We’ve all been there – you finish your exams and suddenly there’s a deep hole, a lack of purpose in your life. What else was I to do but pick up Felix and read Arnold Tan’s “message to feminists”.
In his article, Arnold gave his view on the feminist movement, articulating his own helpful suggestions. However well intentioned, for me it felt all too reminiscent of the Onion article, “Man finally put in charge of struggling feminist movement”.
Arnold is by no means the first man to feel that the feminist movement could do with his input. If you, like me, spend too much time on Twitter, you’ll have seen Piers Morgan recently giving his valuable insight into what feminism is doing wrong, tweeting “RIP feminism” accompanied by a picture of Emmeline Pankhurst next to a topless Kim Kardashian. I wonder what an early 20th century Piers (undoubtedly still writing in the Daily Mail) would have thought of Emily Davison, the woman who died throwing herself in front of the king’s horse campaigning for votes for women. RIP feminism?
This got me thinking more widely about why men (I must confess myself included) feel the need to involve themselves with feminism.Because in all honesty, what insight do we have to offer that another women could not? Are we really so special to believe 50% of the population need our help?
But ‘help’ men do. If you’re familiar with odd bits of Twitter, or Orange Is The New Black, you might have heard of Matt McGorry. He’s the guy that plays that ‘nice’ prison guard that sleeps with the inmates. Yeah, that guy, he’s a #malefeminist. Whether he’s posing with the current great feminist work he’s reading, or arguing with Piers Morgan on Twitter, McGorry is fighting the good fight. Although for McGorry, that doesn’t always include listening to women – he’s well known for blocking women that criticise his brand of feminism. But, perhaps he knows best; after all, he has read quite a few books.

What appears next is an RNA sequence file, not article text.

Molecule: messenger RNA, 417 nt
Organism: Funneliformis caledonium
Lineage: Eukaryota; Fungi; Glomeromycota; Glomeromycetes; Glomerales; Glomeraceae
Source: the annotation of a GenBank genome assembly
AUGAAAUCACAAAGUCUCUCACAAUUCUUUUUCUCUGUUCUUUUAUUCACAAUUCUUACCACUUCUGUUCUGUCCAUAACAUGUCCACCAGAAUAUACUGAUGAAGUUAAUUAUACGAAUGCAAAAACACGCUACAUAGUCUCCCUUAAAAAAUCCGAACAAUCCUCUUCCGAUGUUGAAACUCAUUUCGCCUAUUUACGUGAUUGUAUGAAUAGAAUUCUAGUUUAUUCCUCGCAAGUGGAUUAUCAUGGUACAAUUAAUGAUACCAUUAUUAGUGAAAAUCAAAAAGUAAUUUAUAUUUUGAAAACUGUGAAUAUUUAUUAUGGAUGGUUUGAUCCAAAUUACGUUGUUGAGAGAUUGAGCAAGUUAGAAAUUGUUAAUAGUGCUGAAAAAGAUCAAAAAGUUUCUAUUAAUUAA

So should men self identify as feminist? More often than not, however good your intentions, you are likely to overstep your bounds and hinder rather than help. And this is because, however much you read, men simply don’t have the same lived experiences as women; we don’t know what it’s like to go out knowing that at some point you will get groped, to be catcalled in the street walking home in your school uniform, to know that walking home at night alone is dangerous and that one women is killed in the UK every three days by a current or former partner, and to always be told that you are exaggerating your experience of sexism and that you’re being hysterical.
This leads to a problem though: what should we be doing?
The first thing is listening to women’s experiences, because we simply don’t know. Then it’s using the position we have in society to enact change. Not by telling women what they should and shouldn’t do, but by talking to other men, from our own experience. Because traditional masculinity can be toxic, it places unobtainable expectations on men, and these have a negative impact on everyone. Whether it’s men not talking about their feelings because it’s “feminine” (or worse – “gay”), ‘Lad culture’, or the fact that men are more likely to commit suicide than women, toxic masculinity is destructive for both sexes, and it’s all around us.
For me, Terry Crews, the former NFL player and guy in Brooklyn 99, puts it best in his book on masculinity. Crews says “My message to all men is that you have to kill pride, you’ve been taught that pride is a manly thing, that pride is a good thing. But the problem with pride is that it stops you from growth.” Caring about women’s issues isn’t anti-male, women’s rights are human rights and human rights are women’s rights. But, if you’re a man, before you decide to tell women what they should be doing, maybe consider what you should be doing first.